Home Authors Books Subjects Events Software Features Links Newsletter Gifts Blog Write Review What's New

Review - The Autobiography - Charles Darwin

 

Visit bookshop

I have to confess to putting off reading this book until the last moment, as I expected it to be a typical piece of Victorian sentimental unreadable stodge. I was wrong.

Darwin's little book (only 150 small pages with appendices) was originally written for his own children, and displays a very personal style of writing - though, as son Francis comments, his style was always more populist than was common then: "In writing he sometimes showed the same strong tendency to strong expressions that he did in conversation. Thus in the Origin, p440, there is a description of a larvel [sic] cirripede 'with six pairs of beautifully constructed natatory legs, a pair of magnificent compound eyes and extremely complex antennae'. We used to laugh at him for this sentence, which we compared to an advertisement."

The main book is delightful because it demonstrates Darwin's self-depreciating modesty, and the fascinating path he took from enthusiastic shooter of game, to amateur geologist (still his main interest when he set out on the Beagle) and self-taught naturalist. He does not describe the voyage of the Beagle at all, leaving that to his published journal, but does describe how, on his return he attempted to apply the scientific rigour of Lyell in geology and Francis Bacon's concept of collecting all the facts together without hypothesis before going any further, in the process of coming to his ideas on natural selection and evolution.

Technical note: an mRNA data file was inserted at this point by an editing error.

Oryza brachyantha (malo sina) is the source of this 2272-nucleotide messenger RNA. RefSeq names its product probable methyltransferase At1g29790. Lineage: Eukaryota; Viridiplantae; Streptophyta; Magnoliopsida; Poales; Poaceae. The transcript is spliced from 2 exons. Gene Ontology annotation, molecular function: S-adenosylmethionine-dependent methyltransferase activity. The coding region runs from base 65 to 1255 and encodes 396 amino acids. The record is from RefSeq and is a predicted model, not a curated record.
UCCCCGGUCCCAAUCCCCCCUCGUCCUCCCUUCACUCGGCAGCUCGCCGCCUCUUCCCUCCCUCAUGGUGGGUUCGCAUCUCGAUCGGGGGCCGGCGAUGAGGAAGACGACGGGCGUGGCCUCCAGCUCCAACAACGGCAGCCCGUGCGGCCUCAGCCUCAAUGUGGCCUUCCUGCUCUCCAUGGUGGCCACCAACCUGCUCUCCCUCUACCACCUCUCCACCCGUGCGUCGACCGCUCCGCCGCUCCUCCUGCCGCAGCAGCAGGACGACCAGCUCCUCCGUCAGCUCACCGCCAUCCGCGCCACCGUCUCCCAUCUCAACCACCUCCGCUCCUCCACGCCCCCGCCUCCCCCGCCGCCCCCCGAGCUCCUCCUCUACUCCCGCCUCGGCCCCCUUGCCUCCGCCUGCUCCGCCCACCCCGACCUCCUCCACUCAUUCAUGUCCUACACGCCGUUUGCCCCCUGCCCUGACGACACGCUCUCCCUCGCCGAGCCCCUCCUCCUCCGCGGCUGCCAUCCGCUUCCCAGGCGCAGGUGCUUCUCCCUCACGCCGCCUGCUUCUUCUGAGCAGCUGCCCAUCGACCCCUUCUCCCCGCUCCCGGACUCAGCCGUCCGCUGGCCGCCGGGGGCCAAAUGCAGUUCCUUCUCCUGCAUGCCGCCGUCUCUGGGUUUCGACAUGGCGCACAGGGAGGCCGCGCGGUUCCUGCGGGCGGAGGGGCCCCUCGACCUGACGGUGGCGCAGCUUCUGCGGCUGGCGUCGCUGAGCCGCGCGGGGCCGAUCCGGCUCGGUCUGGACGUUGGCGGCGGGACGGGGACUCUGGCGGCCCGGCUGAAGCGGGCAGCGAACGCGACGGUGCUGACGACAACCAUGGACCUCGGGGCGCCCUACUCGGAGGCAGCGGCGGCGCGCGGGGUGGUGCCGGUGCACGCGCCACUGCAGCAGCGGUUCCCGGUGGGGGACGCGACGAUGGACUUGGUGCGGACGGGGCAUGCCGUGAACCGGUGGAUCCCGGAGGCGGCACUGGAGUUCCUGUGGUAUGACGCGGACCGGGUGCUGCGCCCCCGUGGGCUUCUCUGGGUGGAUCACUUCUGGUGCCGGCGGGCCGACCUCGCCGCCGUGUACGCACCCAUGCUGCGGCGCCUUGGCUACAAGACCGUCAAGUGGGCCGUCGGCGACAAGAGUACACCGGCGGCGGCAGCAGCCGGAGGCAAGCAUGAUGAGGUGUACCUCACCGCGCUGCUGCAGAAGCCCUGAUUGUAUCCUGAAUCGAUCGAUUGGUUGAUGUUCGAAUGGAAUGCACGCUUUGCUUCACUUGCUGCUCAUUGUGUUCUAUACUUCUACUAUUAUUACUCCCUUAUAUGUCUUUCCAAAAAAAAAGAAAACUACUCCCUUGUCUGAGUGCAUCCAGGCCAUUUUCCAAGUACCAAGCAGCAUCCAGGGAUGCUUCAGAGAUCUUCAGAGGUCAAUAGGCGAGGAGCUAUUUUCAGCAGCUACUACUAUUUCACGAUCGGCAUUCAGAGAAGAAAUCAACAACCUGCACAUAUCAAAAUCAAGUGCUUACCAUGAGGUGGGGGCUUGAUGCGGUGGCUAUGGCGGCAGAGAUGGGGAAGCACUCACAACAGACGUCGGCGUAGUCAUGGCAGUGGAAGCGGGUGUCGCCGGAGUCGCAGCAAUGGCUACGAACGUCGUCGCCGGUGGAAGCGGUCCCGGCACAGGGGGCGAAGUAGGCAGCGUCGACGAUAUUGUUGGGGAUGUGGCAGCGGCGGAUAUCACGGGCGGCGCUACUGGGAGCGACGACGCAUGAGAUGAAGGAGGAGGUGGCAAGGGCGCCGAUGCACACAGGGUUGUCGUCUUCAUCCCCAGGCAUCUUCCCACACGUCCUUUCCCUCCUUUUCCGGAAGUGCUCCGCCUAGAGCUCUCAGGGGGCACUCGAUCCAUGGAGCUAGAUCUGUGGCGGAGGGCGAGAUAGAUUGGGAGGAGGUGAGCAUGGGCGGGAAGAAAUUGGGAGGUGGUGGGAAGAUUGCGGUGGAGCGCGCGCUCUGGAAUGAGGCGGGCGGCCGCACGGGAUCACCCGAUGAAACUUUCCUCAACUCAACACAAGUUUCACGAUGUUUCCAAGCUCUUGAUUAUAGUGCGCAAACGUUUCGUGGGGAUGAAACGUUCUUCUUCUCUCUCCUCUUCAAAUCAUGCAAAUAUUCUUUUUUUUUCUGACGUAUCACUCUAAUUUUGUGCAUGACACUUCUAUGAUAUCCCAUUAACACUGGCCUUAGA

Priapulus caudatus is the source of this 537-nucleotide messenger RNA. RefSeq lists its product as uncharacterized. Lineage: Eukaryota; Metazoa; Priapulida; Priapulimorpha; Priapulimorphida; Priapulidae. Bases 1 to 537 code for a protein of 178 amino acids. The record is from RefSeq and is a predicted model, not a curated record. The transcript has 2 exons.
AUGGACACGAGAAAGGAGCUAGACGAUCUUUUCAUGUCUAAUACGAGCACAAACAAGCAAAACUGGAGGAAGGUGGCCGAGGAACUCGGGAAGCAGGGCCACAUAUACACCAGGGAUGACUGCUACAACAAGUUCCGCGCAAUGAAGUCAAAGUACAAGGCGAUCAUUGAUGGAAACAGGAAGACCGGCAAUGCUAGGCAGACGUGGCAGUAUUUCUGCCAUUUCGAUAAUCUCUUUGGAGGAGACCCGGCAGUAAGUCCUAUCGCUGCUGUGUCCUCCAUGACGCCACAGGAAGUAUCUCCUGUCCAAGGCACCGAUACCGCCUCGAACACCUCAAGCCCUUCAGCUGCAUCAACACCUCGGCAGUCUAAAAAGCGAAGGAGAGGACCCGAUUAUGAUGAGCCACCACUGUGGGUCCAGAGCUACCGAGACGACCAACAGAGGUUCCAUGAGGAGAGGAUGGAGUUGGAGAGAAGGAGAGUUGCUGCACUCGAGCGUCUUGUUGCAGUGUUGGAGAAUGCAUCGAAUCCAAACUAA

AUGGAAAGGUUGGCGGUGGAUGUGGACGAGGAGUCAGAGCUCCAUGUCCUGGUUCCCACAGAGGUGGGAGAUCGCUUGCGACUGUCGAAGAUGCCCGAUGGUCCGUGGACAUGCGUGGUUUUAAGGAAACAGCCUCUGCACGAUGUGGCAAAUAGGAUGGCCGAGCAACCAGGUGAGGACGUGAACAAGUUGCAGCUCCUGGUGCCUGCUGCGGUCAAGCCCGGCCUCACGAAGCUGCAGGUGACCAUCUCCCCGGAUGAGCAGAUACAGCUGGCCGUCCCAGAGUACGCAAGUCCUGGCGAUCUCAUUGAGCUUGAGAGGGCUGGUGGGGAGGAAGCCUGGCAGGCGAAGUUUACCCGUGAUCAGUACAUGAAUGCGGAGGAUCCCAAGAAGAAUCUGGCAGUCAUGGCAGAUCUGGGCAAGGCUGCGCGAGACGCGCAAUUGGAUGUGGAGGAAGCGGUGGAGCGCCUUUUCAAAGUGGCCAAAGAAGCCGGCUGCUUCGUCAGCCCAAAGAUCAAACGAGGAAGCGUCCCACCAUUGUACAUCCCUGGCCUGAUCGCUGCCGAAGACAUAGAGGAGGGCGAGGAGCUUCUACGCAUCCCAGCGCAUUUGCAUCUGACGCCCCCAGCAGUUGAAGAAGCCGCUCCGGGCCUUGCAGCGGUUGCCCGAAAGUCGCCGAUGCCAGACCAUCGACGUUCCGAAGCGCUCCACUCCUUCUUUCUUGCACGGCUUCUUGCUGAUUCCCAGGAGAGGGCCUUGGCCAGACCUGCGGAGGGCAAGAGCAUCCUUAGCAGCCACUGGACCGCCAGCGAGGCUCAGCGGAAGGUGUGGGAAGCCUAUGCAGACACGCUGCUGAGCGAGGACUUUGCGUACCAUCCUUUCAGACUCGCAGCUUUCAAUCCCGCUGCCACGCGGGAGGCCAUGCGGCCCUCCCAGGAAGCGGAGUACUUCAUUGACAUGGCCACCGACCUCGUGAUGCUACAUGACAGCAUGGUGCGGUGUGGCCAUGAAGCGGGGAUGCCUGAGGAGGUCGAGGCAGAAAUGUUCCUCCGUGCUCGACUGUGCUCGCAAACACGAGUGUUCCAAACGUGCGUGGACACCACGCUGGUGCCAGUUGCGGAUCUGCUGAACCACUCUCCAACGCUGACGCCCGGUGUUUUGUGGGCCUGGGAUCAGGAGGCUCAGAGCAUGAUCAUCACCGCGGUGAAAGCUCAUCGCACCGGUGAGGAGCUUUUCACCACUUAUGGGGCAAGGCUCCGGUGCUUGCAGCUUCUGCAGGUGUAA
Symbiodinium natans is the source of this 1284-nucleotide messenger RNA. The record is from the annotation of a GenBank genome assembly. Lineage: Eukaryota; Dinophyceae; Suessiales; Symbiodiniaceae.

The main text is supported ably by a pair of appendices added by Francis (or Frank, as Darwin refers to him). The first is Francis' recollections of life with Darwin, what Darwin was like (he as described as being so ruddy in the face that people thought him very healthy when he wasn't), and what his days at Down involved.

The second appendix is equally fascinating as it deals with Darwin's religious beliefs, which have been much misreported, and were important given the on-going clash between some churchgoers and those who support evolution. Early on Darwin was a Christian, but he ended up, in his own words, not an atheist but an agnostic. He says that he could not believe in a revealed religion like Christianity, but that religious beliefs were in no way incompatible with evolutionary theory - there was only a problem if you believed in direct divine design. He seemed to base his agnosticism more on the existence of human suffering than anything deduced from evolution - so creationists, please leave off!

All in all, a pleasant surprise.

Only in hardback.  

Reviewed by Jo Reed                          

DISCLAIMERS

This site has no connection with Popular Science magazine or other sites and publications with a similar name.

Much of the content of this site is written by popular science writers or friends of popular science writers. Inevitably many of the reviews in such a small community are written by or about someone we know. We always aim to be impartial in our reviews, but there is a connection which we need make clear, as there is no intention to deceive. The content of any review or article is solely the opinion of the author and should not be read or understood on any other basis. The site exists to promote popular science writing and popular science authors and for this reason should be considered promotional material, just as the editorial reviews in an online bookshop or the blurb on the back of a book should be considered promotional.

The website should not be eaten or used where it can come into contact with water.

Disagree with our review? Want to comment on a feature? Contact us at info@ popularscience.co.uk - have your say!

Part of the Popular Science  site

Copyright Creativity Unleashed Limited 2005
Last update 05 June 2007